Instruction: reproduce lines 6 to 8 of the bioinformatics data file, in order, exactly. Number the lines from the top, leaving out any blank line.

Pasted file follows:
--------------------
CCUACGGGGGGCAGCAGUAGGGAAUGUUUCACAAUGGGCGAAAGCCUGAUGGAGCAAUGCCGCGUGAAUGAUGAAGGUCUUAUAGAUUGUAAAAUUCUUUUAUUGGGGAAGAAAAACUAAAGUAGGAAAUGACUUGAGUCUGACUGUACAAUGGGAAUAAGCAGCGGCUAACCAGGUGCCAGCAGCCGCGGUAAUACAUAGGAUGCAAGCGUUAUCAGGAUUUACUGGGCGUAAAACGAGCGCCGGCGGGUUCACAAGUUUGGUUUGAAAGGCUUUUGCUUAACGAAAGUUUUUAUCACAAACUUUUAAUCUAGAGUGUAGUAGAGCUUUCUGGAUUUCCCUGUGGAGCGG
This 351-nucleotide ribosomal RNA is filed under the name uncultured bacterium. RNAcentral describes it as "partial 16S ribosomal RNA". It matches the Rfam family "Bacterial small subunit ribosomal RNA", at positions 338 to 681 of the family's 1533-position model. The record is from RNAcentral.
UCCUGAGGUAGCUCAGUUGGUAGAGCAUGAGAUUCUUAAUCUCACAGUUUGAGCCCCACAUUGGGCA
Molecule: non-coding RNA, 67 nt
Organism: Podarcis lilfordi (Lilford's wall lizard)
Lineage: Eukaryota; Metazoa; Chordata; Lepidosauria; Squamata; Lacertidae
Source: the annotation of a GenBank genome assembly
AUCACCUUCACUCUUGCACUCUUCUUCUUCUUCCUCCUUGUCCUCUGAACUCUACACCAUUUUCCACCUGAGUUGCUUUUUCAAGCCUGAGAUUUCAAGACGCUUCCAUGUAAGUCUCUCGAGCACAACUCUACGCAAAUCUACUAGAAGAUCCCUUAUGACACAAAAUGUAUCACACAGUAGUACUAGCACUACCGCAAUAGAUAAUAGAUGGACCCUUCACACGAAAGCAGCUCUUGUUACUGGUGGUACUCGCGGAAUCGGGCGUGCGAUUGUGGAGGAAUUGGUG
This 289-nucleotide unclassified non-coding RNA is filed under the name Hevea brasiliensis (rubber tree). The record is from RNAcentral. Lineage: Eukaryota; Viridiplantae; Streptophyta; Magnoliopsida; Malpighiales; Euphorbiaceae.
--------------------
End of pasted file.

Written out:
Lineage: Eukaryota; Metazoa; Chordata; Lepidosauria; Squamata; Lacertidae
Source: the annotation of a GenBank genome assembly
AUCACCUUCACUCUUGCACUCUUCUUCUUCUUCCUCCUUGUCCUCUGAACUCUACACCAUUUUCCACCUGAGUUGCUUUUUCAAGCCUGAGAUUUCAAGACGCUUCCAUGUAAGUCUCUCGAGCACAACUCUACGCAAAUCUACUAGAAGAUCCCUUAUGACACAAAAUGUAUCACACAGUAGUACUAGCACUACCGCAAUAGAUAAUAGAUGGACCCUUCACACGAAAGCAGCUCUUGUUACUGGUGGUACUCGCGGAAUCGGGCGUGCGAUUGUGGAGGAAUUGGUG